What does success mean to you? How do you define this often elusive goal? What might a successful life look like to you?
Take a moment to close your eyes, take a deep breath, and imagine yourself on your deathbed reflecting on and reviewing your life. Upon careful and thoughtful reflection, would you consider your life a success? Why or why not?
Too often in our increasingly competitive, connected, and often Darwinian world we are told in multiple ways that success is defined by money, power, fame, and basically being better than everyone else! In America it seems like the meta-message is “more is always better than less” and that you can never be satisfied until you have more than what you have now (even if what you have now is pretty darn good) and more than everyone else around you.
Media (including social media) makes this drive for more and more much worse. Not only are we asked to “keep up with the Kardashians” but we are also asked, in subtle and not so subtle ways, to keep up with everyone else too (including all of our friends on Facebook). The bombardment of messages that television, movies, the internet, and most recently social media provide too often manipulates what a successful life looks like in ways that might not be productive or helpful for us.
Social comparison theory states that we tend to make judgments about ourselves and our lives by reviewing both upward and downward comparisons. In other words, we observe the lives of others and then make judgments about ourselves based on those comparisons. Since people tend to present their best self on social media we compare our lives to the very best of others and often feel pretty lousy in the process. So, we get a close look into the best projected lives of others via media and then conclude that our lives are either successful or not.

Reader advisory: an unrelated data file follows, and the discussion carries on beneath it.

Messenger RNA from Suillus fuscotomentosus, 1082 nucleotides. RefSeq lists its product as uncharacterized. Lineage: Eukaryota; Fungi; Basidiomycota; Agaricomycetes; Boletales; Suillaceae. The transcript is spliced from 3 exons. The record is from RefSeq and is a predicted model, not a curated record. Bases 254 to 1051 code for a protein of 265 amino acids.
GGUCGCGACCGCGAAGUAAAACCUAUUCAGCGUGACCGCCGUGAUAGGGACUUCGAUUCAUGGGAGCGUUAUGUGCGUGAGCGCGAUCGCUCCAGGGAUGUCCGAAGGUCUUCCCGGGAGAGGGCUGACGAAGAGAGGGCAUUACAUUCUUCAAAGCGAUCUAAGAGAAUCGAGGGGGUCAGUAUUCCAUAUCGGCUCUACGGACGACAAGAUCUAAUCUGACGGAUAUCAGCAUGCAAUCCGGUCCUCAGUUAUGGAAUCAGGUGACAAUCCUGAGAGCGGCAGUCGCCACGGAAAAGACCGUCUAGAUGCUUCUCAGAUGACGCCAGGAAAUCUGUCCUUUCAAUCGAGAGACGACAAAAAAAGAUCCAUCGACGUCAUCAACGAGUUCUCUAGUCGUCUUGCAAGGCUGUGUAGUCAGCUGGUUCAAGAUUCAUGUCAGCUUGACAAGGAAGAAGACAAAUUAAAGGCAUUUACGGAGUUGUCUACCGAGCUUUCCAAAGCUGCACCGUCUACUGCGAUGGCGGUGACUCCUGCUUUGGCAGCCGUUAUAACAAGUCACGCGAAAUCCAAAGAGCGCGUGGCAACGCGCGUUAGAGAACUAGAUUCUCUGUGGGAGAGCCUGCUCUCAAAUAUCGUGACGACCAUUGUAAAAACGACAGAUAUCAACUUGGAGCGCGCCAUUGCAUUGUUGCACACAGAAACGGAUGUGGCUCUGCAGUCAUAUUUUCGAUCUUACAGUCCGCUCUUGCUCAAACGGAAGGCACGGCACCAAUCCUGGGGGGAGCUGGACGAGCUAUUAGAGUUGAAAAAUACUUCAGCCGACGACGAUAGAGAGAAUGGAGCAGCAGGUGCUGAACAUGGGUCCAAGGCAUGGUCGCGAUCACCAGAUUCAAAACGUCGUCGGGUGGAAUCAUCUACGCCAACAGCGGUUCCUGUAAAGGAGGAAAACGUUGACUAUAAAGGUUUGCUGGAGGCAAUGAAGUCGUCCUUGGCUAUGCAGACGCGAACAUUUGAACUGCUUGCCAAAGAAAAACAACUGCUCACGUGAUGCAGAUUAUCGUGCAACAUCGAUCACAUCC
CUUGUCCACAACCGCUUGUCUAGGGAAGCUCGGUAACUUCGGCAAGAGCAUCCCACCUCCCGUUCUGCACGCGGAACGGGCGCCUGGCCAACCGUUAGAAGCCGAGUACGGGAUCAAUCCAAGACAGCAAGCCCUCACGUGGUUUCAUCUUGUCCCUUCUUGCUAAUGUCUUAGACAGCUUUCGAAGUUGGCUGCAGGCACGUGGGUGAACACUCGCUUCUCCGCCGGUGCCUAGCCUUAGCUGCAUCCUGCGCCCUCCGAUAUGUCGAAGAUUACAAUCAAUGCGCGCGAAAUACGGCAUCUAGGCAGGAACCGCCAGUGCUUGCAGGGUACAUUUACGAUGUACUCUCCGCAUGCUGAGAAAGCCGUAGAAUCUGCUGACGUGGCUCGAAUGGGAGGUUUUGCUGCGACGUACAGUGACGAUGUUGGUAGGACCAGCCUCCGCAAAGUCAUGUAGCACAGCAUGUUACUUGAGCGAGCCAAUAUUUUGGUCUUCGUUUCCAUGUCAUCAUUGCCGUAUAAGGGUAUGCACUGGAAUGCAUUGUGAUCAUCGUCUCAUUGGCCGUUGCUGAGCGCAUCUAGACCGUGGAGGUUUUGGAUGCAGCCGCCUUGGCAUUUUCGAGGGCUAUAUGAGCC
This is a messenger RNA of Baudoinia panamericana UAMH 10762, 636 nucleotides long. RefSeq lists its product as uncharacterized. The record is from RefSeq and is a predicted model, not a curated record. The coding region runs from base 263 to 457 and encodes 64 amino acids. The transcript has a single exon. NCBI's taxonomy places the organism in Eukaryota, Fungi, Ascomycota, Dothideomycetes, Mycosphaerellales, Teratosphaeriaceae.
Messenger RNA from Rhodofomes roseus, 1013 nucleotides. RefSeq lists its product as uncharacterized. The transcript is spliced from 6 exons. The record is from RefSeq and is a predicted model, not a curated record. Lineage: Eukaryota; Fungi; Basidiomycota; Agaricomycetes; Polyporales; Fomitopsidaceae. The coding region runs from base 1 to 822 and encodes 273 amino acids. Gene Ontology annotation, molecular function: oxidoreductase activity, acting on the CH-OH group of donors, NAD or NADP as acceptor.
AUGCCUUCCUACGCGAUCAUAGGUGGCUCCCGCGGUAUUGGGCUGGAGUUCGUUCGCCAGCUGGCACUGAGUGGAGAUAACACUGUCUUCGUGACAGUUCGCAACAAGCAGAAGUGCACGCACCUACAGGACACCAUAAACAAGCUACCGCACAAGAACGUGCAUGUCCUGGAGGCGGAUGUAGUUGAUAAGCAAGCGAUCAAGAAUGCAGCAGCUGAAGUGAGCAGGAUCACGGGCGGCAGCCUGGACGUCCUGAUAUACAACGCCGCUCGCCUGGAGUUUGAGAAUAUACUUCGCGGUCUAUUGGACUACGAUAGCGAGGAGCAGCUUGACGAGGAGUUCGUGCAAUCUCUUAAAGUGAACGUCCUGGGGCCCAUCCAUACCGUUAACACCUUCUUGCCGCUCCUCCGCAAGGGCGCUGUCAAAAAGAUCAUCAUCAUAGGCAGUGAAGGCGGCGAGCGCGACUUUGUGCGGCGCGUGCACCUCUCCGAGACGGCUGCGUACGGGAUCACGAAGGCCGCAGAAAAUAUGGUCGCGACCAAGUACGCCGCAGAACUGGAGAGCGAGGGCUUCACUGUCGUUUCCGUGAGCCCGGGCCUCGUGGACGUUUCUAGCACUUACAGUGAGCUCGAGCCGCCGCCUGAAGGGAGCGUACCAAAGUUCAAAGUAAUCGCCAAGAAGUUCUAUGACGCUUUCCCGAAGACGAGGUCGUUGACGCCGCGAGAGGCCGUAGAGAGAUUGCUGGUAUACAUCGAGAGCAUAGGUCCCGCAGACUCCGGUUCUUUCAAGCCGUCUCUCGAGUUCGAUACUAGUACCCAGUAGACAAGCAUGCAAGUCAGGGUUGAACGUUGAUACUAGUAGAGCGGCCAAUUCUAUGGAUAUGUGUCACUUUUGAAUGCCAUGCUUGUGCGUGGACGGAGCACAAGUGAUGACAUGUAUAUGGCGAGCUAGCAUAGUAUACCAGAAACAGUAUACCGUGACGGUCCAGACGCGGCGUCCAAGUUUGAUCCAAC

So, social comparison theory suggests that if you focus on upward comparisons (e.g., the lives of the rich and famous) you will certainly feel pretty bad about your life. However, if you focus on the lives of those with downward comparisons you’ll feel pretty good. This is one, of several, reasons why people feel so good after participating in volunteer and charitable activities among those who struggle and why they often feel lousy after focusing on the lives of the stars (or the lives of their friends who project that they are stars).
You really do need to be very careful and thoughtful about your exposure to media (including social media) if you want to manage your social comparisons, happiness, and notions of success in life.
While imagining yourself on your deathbed, what might you consider a successful life? Might it be money, power, prestige, fame, satisfying relationships, family, leisure, a meaningful life, or helping others? If you can be thoughtful about your response to this important question you may be able to be more focused and centered in a productive way as you are bombarded with troubling messages from media.
So, what do you think?